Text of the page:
After splitting from her husband of nearly three decades and spending the past six years on-and-off dating apps, Claire Spencer thought she had finally found love again.
She had yet to meet him in person but ‘Jack’, who described himself as a ‘simple, fun-loving bloke’ in his Plenty of Fish bio, seemed to share so much in common with her.
They were both 49 and from Winsford – although Jack claimed he was based in Cambodia, working on a resort contract he had recently been awarded as a building designer.
When Claire told him she was looking for someone ‘who likes going to the beach and on dog walks’, he assured her that they were ‘on the same page’.
However, after two months of intense messaging earlier this year and one cut-off phone call later, Claire, 50, found herself not only nursing a heartbreak but left hundreds of pounds down. There was no Jack; she had been scammed.
‘I can’t even begin to describe how disappointed I am in myself,’ she says. ‘I suffered endless nightmares about being taken advantage and felt so upset and humiliated.
‘I’ve been through so much in the last few years, but this one completely caught me off guard.’
While romance scams – which involve feigning interest towards a trusting victim before attempting to extort money from them – are not a new phenomenon, last year saw a 38% increase in bank transfer romance fraud compared to 2019.
According to finance, fraud and security experts, the pandemic’s mix of limiting social interaction along with people’s heightened sense of vulnerability, has created the perfect picking ground for dating scammers.
An estimated total of £21.2 million was lost to romance traps last year, according to industry insiders UK Finance – that’s a 17% rise from 2019, with the average loss per victim being £7,850.
However, scammers are not just relying on money transfers to fuel their ill-gotten gains.
‘Victims have also lost it by sending fraudsters gift cards and vouchers, or presents such as phones and laptops, and by providing them access to their bank accounts and credit cards,’ explains Katy Worobec, the organisation’s Managing Director of economic crime.
Research from the Online Dating Association also reveals that over 2.3 million Britons used dating apps during the first lockdown, with 64% of people surveyed seeing them as a lifeline for those living alone.
Unsurprisingly, more respondents in the 18-34 years old age group say they were using online dating services than those who were over-55.
Laura Lyons runs a private investigation firm whose services include looking into romance frauds for clients. ‘During the pandemic, we’ve seen people searching for love online more than ever before, as they’ve not been able to go out and physically meet potential partners,’ she explains.
‘People have also been very isolated and are therefore more vulnerable than they were two years ago. The fraudsters know this and have been using it to their advantage.’
However, it’s no longer just dating sites and apps that crooks use to look for their next victim, warns Laura. Her firm, Are They Safe, has seen scammers become more creative by moving onto social media platforms like Instagram and Facebook as well.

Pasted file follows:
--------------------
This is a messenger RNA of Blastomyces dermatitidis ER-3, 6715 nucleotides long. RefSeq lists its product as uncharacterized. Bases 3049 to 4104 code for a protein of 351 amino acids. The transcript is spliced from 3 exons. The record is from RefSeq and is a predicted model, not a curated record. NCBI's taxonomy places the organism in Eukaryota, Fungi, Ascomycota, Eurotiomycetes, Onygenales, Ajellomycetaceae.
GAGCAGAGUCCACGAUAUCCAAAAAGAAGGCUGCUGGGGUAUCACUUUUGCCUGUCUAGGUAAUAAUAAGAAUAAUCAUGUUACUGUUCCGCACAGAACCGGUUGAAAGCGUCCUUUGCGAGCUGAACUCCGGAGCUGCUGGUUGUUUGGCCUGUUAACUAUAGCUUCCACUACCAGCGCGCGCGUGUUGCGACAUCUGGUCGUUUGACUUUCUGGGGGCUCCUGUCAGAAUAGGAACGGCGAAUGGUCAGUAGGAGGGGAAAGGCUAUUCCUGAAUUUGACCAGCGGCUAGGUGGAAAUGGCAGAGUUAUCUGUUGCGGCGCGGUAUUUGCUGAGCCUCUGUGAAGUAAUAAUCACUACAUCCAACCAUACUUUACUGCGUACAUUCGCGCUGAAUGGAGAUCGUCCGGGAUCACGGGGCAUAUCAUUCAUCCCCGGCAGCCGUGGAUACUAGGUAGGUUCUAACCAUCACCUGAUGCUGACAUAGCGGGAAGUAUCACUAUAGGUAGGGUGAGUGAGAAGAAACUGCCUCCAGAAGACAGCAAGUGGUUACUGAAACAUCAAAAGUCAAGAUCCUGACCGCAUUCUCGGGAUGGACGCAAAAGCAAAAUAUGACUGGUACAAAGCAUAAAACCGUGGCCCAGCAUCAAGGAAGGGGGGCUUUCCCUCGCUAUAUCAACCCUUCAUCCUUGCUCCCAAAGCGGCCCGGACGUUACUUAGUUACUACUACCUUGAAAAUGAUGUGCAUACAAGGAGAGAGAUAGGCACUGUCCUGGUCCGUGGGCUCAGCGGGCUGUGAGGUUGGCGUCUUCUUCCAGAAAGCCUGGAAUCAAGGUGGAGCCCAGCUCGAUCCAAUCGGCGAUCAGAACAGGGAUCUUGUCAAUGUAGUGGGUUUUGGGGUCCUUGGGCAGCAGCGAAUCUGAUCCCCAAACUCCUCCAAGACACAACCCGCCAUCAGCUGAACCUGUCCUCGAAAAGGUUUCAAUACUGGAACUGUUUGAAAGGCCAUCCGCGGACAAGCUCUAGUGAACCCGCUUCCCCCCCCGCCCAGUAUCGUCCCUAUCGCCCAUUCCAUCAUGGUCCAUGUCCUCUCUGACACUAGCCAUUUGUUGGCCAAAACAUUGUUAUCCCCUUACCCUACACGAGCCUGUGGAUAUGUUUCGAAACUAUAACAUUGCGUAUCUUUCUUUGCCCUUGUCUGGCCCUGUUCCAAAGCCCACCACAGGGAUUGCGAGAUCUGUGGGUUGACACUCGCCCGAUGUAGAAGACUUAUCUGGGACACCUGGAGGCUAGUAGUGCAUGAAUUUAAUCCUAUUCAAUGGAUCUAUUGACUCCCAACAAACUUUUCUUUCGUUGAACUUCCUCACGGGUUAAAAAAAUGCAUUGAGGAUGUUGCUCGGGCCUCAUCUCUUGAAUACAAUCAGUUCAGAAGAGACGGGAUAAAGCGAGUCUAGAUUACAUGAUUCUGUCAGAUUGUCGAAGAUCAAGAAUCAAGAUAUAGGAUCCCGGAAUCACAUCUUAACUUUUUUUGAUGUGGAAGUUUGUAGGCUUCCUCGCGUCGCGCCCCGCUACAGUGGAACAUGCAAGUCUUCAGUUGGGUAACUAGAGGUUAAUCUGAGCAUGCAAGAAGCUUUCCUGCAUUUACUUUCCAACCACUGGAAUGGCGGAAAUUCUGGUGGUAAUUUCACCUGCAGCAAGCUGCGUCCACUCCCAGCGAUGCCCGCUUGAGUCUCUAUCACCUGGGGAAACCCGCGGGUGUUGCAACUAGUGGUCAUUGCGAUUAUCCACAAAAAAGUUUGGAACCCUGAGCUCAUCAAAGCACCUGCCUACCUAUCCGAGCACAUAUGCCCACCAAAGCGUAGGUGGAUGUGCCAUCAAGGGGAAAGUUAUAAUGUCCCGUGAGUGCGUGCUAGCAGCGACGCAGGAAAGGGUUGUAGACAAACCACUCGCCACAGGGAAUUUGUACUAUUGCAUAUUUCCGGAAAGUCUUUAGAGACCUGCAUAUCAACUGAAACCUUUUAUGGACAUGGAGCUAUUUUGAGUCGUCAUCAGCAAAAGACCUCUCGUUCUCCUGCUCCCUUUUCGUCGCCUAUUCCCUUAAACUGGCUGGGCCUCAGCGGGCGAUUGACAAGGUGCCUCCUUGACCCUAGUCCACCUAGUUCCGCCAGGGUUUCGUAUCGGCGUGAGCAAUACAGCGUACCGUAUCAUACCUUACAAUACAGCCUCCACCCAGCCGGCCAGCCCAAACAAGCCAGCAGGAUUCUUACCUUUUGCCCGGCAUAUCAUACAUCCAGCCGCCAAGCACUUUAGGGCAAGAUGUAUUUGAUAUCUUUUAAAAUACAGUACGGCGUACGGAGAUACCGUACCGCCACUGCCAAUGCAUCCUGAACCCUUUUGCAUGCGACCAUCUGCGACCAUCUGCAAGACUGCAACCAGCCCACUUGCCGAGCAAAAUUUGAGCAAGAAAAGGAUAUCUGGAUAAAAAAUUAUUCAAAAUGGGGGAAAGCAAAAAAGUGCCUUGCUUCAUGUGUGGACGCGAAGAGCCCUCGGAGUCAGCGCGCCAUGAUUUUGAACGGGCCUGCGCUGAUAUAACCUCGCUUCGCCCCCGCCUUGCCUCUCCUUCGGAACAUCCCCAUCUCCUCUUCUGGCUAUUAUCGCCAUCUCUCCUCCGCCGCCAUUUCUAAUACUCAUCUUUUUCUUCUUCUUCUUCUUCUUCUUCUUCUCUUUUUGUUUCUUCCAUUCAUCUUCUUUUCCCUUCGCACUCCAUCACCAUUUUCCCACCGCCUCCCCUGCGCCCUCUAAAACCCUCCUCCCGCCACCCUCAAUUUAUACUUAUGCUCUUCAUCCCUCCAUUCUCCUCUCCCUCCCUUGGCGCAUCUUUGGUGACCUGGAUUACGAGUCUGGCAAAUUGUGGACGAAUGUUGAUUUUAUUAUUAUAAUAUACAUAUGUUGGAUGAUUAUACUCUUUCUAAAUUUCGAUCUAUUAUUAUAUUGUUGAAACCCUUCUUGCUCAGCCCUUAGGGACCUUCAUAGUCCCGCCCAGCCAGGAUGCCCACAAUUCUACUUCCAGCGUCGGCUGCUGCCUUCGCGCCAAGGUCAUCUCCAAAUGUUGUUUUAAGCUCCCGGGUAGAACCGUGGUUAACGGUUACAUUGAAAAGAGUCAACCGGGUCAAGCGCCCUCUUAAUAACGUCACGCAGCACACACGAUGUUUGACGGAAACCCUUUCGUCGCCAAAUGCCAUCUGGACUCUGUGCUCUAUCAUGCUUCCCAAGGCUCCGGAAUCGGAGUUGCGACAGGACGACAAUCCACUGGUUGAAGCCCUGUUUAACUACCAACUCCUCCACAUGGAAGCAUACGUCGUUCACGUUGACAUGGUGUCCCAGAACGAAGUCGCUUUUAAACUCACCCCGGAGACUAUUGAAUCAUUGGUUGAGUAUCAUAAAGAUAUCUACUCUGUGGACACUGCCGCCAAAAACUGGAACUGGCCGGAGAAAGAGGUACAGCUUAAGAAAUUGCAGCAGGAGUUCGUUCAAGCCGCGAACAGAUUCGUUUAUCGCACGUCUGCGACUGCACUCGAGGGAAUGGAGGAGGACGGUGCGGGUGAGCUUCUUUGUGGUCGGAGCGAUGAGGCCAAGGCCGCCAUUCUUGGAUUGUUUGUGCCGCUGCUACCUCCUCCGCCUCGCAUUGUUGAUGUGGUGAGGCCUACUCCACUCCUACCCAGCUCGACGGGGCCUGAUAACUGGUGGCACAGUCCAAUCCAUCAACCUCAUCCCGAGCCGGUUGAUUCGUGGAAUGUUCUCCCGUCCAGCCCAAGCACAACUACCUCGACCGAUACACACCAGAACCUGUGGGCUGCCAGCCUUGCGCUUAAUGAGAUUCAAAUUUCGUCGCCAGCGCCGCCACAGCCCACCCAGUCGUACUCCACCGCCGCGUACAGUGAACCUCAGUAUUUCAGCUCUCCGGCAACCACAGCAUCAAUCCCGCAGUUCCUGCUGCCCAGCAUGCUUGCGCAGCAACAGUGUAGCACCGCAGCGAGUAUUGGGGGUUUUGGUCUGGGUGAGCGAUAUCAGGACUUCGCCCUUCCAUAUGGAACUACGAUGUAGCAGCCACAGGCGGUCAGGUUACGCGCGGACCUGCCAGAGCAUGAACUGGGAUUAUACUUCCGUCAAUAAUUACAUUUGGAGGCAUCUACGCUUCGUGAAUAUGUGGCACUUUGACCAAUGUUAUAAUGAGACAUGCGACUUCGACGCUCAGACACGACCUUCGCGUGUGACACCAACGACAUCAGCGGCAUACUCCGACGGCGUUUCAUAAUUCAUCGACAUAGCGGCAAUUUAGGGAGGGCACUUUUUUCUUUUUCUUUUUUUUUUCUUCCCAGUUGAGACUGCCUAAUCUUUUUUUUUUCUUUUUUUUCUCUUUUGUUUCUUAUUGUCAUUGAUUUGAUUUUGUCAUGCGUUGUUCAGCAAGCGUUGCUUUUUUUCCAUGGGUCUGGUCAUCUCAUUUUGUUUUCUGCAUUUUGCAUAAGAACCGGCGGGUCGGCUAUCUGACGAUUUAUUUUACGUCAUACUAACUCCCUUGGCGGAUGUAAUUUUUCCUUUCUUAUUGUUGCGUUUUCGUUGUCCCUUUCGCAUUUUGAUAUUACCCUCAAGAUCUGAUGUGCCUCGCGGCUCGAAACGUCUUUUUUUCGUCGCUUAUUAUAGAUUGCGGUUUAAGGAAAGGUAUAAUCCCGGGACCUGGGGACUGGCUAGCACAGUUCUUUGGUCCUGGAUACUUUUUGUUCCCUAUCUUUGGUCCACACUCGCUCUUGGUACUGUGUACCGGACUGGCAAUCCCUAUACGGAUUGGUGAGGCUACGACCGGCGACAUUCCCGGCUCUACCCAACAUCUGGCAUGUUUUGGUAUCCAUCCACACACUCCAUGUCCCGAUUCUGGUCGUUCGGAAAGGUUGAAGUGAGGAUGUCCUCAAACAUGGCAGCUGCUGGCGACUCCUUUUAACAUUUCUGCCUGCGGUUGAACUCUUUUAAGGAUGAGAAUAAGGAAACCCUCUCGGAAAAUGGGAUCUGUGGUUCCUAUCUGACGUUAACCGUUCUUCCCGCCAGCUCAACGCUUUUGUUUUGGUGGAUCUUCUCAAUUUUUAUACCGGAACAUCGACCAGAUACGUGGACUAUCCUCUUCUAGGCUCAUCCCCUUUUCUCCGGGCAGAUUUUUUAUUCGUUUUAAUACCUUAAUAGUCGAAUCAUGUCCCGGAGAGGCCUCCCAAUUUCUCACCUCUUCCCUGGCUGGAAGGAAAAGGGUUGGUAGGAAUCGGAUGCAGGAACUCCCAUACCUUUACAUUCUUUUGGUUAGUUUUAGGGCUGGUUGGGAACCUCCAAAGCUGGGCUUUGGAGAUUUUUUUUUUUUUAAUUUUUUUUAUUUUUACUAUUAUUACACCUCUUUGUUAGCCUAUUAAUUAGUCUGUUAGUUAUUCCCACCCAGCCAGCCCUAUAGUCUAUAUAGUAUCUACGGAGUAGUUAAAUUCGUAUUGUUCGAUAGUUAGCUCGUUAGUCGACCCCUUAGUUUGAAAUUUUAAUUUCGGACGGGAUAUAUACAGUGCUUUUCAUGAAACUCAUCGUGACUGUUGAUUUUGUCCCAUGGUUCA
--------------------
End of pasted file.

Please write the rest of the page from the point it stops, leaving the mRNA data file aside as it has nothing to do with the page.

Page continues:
When it came to Claire, what seemed like the start of a fairy tale love story actually came straight out of the scammers’ handbook. For starters, Jack had been extremely forthright in his romantic intentions and came on strong with his compliments.
He had called her ‘beautiful’ the moment they started messaging and was quickly addressing her by intimate pet names. With each exchange, Jake showered Claire with further affection to build up her trust and within weeks he had admitted he’d fallen in love with her – something Claire reciprocated as she felt it too.
Dr Elisabeth Carter, Senior Lecturer in Criminology and Forensic Linguist at the University of Roehampton, notes that this is the modus operandi of romance fraudsters.
‘The grooming process is very subtle and occurs often over months or even years,’ she explains. ‘Fraudsters will distort perceptions of power and skew a victim’s reality by controlling the dialogue while also making themselves appear vulnerable. Red flags are cleverly disguised so that they appear normal and expected to the victim.
‘They will also set up information early on in the conversation that seems ordinary, such as talk about their work, that they then later rely on to support and normalise their request for money.
‘These don’t often appear like a straightforward plea for cash though. It can look like asking for help for a health-related issue, reasonable help to get out of a situation outside of their control, or a joint venture, among others.’
Jack’s appeal for financial help came six weeks after he and Claire had started ‘dating’.
‘He told me that his wallet had been stolen by his co-worker,’ she remembers. ‘He said he wasn’t able to pay his hotel bills and wouldn’t be able to leave and make the flight home to see me.
‘At first I advised Jack to contact the UK Embassy, but he said it wasn’t possible as the office was hours away.
‘I actually said to him that he sounded like a scammer because he’d asked for money and his reply was, “Do you actually hear yourself right now!”‘
Initially feeling a little bit sceptical, Claire held off on sending the money over, but Jack grew angry.
‘I’m tired of convincing you,’ he wrote in one text message, accompanied by a photograph of his passport.
‘I wonder how you’ll feel when you finally see me at the airport and realise that all these hurtful things you’ve been doing to me was all for nothing,’ he continued. ‘I hope you’ll be able to forgive yourself.’
Eventually, Claire relented and transferred £500 to Jack, which she borrowed from a friend.